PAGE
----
Suddenly, they went from, I think it was a 5%, scrap level down to 3.5% level within three months, and that made a difference of something around about 17 grand a month to the business.


They're continuing on that journey, and they weren't really able to do that without getting the data and analysing it.


We did a similar activity with a service organisation, and what we found was the cost of error there was associated to either one of two things,


1. raw material or parts going to the site late, or

2. the engineers not taking the appropriate parts or tools with them.


They weren't really capturing this properly, and when we started to grade these, and put them into ‘buckets’ and analyse it, we suddenly realized that, for every service call that there was a problem, on average, it was costing the company around £750 for each one.

Interestingly, they were getting somewhere in the range of about 6 to 10 of these per month. Now they are not huge company, 50 employees, so that kind of cost of error is quite significant.


They started driving objectives based on the analysis and evaluation that they did, based on the cost of error, and what they were able to do, is start to see month on month targets improve, trying to educate their suppliers on the impacts and sending them reports showing them the cost, putting non-conformances on their suppliers, looking to actually see if they can get credit from them. Because suddenly, when that starts happening, you're wanting your suppliers to start raising their game as well.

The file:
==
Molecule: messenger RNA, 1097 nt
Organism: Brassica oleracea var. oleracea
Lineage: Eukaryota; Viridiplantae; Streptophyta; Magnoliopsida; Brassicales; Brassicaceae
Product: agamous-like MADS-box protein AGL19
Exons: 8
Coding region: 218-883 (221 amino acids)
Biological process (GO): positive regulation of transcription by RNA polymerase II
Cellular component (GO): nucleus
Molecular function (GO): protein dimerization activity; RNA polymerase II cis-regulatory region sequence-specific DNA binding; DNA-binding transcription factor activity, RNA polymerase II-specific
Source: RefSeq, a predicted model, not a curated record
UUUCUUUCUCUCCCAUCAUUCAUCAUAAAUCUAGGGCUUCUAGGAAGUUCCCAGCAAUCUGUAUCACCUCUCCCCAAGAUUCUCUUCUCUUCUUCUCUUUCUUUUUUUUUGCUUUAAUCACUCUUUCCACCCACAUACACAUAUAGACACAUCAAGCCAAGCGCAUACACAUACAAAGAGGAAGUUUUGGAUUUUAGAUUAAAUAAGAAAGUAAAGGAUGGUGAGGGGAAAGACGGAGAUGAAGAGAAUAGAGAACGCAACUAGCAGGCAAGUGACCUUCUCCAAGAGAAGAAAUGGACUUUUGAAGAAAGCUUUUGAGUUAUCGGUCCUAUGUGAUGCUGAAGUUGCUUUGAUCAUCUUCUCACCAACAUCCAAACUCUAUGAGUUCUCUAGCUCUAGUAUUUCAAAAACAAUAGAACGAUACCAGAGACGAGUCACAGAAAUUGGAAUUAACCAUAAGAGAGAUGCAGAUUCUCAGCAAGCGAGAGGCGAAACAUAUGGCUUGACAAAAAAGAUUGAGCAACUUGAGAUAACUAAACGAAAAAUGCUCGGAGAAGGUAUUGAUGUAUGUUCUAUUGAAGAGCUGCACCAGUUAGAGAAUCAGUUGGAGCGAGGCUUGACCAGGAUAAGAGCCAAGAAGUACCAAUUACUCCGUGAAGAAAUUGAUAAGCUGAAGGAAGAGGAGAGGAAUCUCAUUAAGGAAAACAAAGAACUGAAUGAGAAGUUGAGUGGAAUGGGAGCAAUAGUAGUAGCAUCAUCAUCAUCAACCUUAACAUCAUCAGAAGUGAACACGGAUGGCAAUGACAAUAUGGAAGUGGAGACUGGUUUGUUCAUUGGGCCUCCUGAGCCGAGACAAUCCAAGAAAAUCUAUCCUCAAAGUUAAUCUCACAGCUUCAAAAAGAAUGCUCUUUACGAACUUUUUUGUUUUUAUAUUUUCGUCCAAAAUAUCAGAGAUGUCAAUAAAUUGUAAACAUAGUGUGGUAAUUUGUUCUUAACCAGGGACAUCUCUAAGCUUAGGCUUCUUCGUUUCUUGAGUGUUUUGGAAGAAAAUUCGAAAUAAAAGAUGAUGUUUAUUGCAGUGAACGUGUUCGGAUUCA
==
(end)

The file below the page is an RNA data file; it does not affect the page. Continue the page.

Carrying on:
Internally as well, a bit more education.


We did a couple of toolbox talks with them not on health and safety, actually, this time it was on the cost of error. And what we were talking to them about is the impact of not doing the correct checks to make sure things were there, particular if they drive two hours to a site to realise, they don't have what they needed to finish the job.